Dec 23, 2011

Types of Plans | Dental Plan Design

Combination Plans

This simply is a plan in which certain procedures are reimbursed on a scheduled basis, while others are reimbursed on a nonscheduled basis. In other words, it is a hybrid. While many variations exist, a common design in combination plans is to provide preventive and diagnostic coverage on a nonscheduled basis (i.e., a percentage of usual and customary, normally without a deductible). Procedures other than preventive and diagnostic are provided on a scheduled basis.
The principal advantage of a combination plan is that it provides a balance between (1) the need to emphasize preventive care, and (2) cost control. Procedures that traditionally are the most expensive are covered on a scheduled basis, and except where benefit levels are established by a collective bargaining agreement, the timing of schedule improvements is at the employer's discretion. Preventive and diagnostic expenses, however, adjust automatically, so the incentive for preventive care does not lose its effectiveness as dental care costs increase.
The combination approach shares many of the same disadvantages as the scheduled and unscheduled plans, at least for certain types of expenses. Benefit levels—for other than preventive and diagnostic expenses—must be evaluated periodically. Scheduled payments do not reimburse at uniform levels for geographically dispersed participants. And dentists may be influenced by the schedule allowances to adjust their charges. Also, actual plan payments for preventive and diagnostic expenses rarely are identified in advance. Finally, it can be said that the combination approach is more complex than either the scheduled or unscheduled alternatives.

Incentive Plans

This type, a second variation, promotes sound dental hygiene through increasing reimbursement levels. Incentive coinsurance provisions generally apply only to preventive and maintenance (i.e., minor restorative) procedures, with other procedures covered on either a scheduled or nonscheduled basis. Incentive plans are designed to encourage individuals to visit the dentist regularly, without the plan sponsor having to absorb the cost of any accumulated neglect. Such plans generally reimburse at one level during the first year, with coinsurance levels typically increasing from year to year only for those who obtained needed treatment in prior years. For example, the initial coinsurance level (i.e., the benefit paid by the plan) for preventive and maintenance expenses might be 60 percent, increasing to 70 percent, 80 percent and, finally, 90 percent on an annual basis as long as the individual visits the dentist regularly. If, in any one year, there is a failure to obtain the required level of care, the coinsurance percentage reverts back to its original level.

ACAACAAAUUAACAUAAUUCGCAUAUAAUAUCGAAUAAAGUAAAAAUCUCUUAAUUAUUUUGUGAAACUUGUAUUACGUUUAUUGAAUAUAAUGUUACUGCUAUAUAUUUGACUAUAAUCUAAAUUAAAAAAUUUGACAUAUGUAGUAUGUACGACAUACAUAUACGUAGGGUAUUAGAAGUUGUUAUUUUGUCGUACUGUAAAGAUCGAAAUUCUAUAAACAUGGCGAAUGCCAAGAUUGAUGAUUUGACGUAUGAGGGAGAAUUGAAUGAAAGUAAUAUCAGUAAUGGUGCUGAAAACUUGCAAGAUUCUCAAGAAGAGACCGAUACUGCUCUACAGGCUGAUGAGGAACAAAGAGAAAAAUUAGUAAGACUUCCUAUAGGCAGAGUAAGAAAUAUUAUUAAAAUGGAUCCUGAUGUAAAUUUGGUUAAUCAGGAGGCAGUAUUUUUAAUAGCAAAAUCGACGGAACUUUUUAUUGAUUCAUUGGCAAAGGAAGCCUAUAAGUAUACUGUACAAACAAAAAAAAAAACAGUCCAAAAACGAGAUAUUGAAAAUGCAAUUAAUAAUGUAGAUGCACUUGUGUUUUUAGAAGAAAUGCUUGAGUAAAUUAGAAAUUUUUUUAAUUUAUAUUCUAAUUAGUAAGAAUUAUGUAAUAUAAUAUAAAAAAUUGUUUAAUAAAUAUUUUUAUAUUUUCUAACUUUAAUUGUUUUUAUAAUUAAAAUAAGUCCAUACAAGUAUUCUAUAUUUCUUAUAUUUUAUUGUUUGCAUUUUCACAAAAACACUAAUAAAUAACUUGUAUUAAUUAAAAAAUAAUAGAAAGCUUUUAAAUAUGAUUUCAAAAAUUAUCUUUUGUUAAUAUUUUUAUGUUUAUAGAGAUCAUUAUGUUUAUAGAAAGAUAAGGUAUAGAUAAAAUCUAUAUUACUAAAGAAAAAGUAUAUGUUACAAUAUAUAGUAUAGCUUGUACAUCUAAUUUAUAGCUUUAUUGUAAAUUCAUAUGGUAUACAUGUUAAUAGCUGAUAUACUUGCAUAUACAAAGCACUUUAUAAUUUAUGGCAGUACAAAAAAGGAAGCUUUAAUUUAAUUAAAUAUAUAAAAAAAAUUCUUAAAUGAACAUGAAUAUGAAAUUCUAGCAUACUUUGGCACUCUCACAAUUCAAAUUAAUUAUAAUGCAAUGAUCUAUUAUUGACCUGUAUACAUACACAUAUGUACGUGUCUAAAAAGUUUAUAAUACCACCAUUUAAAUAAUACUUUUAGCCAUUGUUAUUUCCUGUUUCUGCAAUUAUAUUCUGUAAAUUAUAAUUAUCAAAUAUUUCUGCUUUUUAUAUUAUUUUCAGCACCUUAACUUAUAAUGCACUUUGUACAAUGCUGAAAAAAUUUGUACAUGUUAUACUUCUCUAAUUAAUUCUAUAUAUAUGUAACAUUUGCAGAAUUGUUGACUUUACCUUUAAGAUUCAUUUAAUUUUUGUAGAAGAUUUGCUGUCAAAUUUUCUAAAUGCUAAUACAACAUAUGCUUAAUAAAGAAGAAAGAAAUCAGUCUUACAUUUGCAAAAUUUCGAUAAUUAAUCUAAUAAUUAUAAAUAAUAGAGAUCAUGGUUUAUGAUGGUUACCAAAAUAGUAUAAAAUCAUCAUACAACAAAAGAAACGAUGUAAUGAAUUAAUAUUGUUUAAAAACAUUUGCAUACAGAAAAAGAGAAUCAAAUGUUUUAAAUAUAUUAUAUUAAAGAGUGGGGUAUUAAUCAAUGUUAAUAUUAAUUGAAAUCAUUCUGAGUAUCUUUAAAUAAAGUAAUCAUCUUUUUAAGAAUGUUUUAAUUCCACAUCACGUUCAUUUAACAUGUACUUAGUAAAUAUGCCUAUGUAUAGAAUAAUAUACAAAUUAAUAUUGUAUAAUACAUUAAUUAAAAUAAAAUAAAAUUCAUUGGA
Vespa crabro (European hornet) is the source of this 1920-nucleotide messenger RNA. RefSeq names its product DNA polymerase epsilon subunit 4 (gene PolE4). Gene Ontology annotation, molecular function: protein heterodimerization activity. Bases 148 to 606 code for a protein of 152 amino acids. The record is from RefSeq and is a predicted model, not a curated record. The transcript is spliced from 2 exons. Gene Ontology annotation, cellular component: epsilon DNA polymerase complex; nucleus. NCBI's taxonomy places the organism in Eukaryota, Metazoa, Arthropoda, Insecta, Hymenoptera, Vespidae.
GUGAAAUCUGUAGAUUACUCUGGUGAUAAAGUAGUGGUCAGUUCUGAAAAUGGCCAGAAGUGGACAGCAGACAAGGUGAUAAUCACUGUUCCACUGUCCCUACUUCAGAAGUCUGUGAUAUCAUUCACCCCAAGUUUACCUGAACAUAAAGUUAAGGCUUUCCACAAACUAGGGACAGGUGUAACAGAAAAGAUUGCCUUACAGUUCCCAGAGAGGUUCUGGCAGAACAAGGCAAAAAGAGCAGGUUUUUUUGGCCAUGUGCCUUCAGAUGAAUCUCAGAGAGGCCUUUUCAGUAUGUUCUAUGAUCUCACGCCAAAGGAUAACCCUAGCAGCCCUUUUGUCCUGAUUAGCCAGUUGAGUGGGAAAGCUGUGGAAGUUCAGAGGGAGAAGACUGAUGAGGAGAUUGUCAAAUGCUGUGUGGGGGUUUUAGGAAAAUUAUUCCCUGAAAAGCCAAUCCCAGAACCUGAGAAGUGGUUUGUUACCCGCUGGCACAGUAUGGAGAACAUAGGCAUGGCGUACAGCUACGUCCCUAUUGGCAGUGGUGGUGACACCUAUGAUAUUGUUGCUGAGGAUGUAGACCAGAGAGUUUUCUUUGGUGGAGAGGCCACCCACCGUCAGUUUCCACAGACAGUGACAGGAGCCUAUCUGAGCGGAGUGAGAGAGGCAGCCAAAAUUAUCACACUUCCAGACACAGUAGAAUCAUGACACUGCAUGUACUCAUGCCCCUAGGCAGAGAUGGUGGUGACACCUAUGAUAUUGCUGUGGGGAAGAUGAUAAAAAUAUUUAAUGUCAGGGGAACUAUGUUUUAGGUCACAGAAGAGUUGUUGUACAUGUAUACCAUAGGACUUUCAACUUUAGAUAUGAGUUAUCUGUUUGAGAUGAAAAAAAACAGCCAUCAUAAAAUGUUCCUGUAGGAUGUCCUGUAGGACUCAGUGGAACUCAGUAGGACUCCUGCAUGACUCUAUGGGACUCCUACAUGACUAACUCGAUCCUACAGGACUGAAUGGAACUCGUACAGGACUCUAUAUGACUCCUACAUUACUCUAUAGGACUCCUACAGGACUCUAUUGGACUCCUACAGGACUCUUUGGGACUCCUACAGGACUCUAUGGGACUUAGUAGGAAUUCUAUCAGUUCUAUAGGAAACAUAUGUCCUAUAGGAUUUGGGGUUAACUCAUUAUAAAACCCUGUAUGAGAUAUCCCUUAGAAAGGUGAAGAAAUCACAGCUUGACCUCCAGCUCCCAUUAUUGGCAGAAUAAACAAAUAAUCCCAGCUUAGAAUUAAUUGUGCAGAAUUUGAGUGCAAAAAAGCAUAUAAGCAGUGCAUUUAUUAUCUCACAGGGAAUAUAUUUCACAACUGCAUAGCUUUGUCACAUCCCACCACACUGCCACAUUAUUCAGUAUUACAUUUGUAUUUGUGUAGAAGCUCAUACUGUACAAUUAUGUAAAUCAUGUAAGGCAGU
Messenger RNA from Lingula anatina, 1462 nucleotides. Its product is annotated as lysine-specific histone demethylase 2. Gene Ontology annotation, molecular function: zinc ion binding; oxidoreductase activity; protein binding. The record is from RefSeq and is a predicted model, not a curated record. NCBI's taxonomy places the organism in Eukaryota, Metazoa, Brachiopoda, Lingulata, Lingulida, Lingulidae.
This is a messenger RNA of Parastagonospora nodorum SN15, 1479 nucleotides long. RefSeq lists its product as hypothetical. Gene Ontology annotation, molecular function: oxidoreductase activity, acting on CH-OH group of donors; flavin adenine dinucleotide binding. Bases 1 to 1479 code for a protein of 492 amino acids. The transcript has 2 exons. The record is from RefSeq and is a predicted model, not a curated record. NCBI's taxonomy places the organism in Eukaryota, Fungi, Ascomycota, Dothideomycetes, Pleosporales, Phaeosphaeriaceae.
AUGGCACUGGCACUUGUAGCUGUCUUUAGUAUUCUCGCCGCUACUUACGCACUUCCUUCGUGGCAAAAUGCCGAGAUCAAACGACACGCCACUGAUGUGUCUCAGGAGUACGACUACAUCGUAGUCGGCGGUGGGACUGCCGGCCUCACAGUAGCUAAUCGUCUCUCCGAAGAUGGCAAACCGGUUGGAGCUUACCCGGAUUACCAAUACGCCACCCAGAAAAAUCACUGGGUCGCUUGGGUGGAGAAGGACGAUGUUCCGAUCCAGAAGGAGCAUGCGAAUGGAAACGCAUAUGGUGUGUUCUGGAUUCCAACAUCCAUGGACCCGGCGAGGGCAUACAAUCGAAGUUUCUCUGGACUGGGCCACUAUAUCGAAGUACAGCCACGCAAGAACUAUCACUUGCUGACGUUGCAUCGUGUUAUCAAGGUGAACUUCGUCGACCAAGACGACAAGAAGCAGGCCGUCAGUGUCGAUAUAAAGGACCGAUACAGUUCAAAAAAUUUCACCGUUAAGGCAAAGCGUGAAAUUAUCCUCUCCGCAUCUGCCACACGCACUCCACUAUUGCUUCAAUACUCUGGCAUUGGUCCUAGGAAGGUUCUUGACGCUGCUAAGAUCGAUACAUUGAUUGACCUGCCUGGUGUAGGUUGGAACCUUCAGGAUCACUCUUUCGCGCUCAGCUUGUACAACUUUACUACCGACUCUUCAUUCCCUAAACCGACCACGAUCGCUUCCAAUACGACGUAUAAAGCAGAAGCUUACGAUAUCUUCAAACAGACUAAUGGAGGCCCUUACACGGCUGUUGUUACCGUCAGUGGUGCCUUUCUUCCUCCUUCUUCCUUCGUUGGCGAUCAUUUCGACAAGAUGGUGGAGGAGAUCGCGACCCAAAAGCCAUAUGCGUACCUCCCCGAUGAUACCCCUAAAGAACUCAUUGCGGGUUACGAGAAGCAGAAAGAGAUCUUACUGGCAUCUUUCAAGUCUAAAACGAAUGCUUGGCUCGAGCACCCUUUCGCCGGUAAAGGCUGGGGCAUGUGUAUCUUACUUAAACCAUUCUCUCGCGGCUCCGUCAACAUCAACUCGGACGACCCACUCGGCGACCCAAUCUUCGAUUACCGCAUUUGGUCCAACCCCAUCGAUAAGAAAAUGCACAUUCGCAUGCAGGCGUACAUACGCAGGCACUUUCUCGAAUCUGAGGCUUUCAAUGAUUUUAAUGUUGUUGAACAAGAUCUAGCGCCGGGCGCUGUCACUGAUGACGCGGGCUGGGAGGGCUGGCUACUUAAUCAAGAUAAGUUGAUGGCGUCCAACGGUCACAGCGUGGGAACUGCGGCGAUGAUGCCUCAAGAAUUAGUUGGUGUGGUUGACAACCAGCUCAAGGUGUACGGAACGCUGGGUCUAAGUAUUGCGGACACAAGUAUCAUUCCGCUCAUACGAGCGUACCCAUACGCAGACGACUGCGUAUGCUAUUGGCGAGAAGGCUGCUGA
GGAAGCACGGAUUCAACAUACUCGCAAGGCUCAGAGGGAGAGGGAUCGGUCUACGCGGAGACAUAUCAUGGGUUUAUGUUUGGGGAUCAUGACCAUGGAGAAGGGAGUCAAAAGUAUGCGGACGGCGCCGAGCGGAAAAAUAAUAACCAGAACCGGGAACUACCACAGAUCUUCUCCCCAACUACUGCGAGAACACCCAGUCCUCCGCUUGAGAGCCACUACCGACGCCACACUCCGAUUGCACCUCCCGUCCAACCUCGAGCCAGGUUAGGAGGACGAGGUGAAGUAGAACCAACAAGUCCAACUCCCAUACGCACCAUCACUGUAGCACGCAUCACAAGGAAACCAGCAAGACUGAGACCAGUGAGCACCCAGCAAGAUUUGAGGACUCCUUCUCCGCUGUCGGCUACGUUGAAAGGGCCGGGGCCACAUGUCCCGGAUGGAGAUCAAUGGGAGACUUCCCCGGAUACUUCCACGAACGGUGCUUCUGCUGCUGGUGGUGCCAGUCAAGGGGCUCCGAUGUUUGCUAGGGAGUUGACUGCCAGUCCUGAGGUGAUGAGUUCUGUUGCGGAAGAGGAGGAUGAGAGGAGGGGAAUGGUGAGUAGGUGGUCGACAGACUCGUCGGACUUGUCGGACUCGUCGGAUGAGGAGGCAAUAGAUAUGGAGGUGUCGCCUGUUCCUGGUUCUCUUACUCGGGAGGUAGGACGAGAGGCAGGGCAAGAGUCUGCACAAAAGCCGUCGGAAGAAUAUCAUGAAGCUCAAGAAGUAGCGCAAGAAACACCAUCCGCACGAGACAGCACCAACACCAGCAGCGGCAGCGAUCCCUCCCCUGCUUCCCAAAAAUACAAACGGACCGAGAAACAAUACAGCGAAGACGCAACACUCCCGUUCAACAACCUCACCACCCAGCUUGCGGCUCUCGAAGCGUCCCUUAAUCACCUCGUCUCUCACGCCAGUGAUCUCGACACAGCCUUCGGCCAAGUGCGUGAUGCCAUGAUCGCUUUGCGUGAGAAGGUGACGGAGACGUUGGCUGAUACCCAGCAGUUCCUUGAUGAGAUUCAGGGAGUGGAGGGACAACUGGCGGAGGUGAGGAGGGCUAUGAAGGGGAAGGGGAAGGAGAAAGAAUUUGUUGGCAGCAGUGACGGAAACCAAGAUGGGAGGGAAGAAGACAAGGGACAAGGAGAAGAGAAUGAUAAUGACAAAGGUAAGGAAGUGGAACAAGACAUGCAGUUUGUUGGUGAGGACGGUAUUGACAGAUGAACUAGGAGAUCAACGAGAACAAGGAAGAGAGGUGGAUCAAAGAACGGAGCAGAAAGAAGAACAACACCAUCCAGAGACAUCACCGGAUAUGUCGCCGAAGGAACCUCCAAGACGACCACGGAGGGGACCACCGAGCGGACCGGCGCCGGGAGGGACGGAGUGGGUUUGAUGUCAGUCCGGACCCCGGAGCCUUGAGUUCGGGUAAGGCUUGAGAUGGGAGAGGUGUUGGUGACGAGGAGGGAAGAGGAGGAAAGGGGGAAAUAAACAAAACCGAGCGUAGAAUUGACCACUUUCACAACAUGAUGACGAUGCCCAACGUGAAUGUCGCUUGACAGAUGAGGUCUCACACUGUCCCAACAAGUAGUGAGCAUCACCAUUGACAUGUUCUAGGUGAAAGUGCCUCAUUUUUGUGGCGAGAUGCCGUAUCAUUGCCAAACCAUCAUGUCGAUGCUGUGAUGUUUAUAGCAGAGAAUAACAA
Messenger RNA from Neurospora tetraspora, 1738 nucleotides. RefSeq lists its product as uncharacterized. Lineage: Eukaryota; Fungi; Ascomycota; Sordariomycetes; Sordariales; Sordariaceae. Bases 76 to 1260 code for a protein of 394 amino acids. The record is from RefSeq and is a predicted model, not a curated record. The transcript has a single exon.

The incentive portion of an incentive plan may or may not be characterized by deductibles. When deductibles are included in these plans, it is not unusual for them to apply on a lifetime basis.
The incentive concept, on the one hand, has two major advantages. In theory, the design of the plan encourages regular dental care and reduces the incidence of more serious dental problems in the future. Also, these plans generally have lower first-year costs than most nonscheduled plans.
On the other hand, there are major disadvantages. First, an incentive plan can be complicated to explain and even more complicated to administer. Second, little evidence exists to suggest that the incentive approach is effective in promoting sound dental hygiene. Finally, this particular plan is vulnerable to misunderstanding. For example, what happens if the participant's dentist postpones the required treatment until the beginning of the next plan year?

Plans Providing Both Medical and Dental Coverage

The last of the variations is the plan that provides both medical and dental coverage. During the infancy of dental benefits, such plans were quite popular.
These plans generally are characterized by a common deductible amount that applies to the sum of both medical and dental expenses. Coinsurance levels may be identical, and sometimes the maximum applies to the combination of medical and dental expenses. However, recent design of these plans has made a distinction between dental and medical expenses so that each may have its own coinsurance provisions and maximums.
The advantages of this approach are the same as for the nonscheduled plan (i.e., uniform reimbursement levels, adjusts automatically to change, and relatively easy to understand). But this approach fails to recognize the difference between medicine and dentistry unless special provisions are made for dental benefits. It must be written with a medical carrier, whether or not this carrier is competent to handle both medical and dental protection; it makes it extremely difficult to separate and evaluate dental experience; and it shares the same disadvantages as the nonscheduled approach.


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